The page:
After practicing the above for a few years, I now generally wake up feeling refreshed and without an alarm clock! But this has been years in the making so don’t be discouraged if it doesn’t magically happen for you within the first few weeks of establishing your own practice. The important thing to remember is that just like with anything in life once you fall out of your routine, it’s in the noticing that you’ve gotten a little off track that IS the success. Then you can make a conscious choice to start again. It’s as simple as that. Don’t make excuses for yourself. We all have them. I could give a laundry list of reasons why my practice couldn’t or shouldn’t work for me and I’m sure you could too. Your partner, your child, your boss need you. You’re not doing them any favors by not taking care of yourself. I can promise you that.  

I began teaching and studying Yoga + Ayurveda four years ago which is when this practice and purpose really began to gain momentum for me. Before that, I had been practicing yoga for nineteen years. The idea of creating a ceremony and ritual to start my day really took hold for me during my 200 HR teacher training. I realized that I had the power to create a day, a life full of intention and meaning. And if I wasn’t the one creating that for me no one else would.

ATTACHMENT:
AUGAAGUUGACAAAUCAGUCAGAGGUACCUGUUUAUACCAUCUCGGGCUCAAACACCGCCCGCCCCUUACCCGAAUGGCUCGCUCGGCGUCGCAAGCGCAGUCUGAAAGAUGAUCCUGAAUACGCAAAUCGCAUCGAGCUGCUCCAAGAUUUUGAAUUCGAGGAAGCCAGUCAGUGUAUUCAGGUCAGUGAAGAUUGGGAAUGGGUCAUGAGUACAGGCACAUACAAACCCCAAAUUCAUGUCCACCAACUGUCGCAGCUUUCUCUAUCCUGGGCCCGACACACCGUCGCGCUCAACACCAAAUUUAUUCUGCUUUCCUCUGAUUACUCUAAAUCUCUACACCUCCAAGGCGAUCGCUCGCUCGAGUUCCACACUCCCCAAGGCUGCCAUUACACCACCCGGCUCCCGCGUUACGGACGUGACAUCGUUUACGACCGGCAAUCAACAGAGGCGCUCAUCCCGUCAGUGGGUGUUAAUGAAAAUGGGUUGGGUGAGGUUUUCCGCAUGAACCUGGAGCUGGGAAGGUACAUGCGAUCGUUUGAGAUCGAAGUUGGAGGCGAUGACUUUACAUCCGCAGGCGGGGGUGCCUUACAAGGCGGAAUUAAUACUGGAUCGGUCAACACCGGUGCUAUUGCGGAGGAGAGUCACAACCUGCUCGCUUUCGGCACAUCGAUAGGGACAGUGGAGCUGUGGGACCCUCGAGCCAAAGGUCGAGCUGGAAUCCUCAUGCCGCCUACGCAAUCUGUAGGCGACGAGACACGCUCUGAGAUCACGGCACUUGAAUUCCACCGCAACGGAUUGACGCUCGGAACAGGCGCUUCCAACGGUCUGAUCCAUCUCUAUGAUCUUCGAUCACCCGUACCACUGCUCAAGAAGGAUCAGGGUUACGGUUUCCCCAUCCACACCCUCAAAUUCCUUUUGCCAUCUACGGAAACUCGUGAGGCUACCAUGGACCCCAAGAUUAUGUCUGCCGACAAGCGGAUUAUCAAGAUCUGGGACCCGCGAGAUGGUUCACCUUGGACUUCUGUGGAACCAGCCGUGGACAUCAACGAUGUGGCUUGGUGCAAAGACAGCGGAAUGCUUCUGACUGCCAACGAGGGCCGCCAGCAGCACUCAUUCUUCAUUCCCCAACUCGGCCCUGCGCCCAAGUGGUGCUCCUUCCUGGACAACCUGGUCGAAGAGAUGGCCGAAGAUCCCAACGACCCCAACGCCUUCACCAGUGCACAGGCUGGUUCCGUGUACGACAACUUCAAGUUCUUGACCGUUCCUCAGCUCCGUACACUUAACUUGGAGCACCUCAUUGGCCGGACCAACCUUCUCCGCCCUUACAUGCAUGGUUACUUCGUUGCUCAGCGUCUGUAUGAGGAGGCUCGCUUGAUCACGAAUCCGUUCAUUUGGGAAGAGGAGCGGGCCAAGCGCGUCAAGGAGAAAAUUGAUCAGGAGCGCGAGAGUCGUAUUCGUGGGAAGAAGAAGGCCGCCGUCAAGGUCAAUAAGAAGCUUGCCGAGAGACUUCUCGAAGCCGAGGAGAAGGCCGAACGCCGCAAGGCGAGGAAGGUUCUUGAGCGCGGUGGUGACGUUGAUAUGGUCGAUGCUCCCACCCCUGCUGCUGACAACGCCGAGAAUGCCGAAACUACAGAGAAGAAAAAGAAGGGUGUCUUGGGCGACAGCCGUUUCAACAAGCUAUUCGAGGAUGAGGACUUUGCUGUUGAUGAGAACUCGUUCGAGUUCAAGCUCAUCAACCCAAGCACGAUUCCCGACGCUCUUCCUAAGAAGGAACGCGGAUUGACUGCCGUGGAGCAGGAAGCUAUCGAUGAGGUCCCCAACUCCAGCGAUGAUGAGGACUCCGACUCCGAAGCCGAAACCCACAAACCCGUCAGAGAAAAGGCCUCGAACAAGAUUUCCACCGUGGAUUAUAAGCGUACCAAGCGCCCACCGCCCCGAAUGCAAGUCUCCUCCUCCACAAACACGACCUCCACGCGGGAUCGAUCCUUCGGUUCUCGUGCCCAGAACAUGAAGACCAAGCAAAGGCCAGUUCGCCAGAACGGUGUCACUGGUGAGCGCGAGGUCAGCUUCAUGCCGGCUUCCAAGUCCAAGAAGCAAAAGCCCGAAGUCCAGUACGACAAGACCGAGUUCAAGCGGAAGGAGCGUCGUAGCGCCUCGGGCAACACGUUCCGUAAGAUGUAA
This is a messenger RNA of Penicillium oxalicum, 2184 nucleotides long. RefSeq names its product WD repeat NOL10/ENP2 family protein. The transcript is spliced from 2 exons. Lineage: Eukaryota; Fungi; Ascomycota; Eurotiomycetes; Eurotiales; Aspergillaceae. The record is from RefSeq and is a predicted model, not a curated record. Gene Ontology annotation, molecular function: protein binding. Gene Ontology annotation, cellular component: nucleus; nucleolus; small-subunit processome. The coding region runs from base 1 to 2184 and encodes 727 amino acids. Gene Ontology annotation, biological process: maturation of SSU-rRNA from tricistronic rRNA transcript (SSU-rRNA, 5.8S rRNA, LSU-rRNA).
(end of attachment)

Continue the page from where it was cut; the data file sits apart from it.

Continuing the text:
Dinacharya Acknowledgments + Sources

I draw on knowledge that I’ve gained throughout my studies with my yoga teacher, the world-renowned Rosie Acosta. In addition from working with Portland-based premier Ayurvedic practitioner Ann Wagoneer. I also find supplementing my in-person studies with scholarly texts to be a holistic approach. I recommend reading the likes of:

  • “Prakriti: Your Ayurvedic Constitution” by Dr. Robert E. Svoboda *
  • “The Year of Magical Thinking” by Joan Didion **

Addendum

If you’re new to Ayurveda I’ll provide a little more on the history and meaning below. The etymology of the word; Ayur meaning “life” and Veda meaning “study or science” thus the science of life is a way to translate Ayurveda. 

  • Developed in the Indus Valley of India over 5,000 years ago.
  • Passed along orally for many 100s of years.
  • The first written record appears in the Vedas, considered the oldest written knowledge in human history composed between 1,700-1,000 B.C.E. written by the Rishis (spiritually enlightened prophets).
  • “Ayurveda is the sole system in the Vedas dedicated to health because our physical bodies are our vehicles for our spiritual experience” — Sahara Rose.
  • The Vedas intended for yoga and Ayurveda to be practiced together.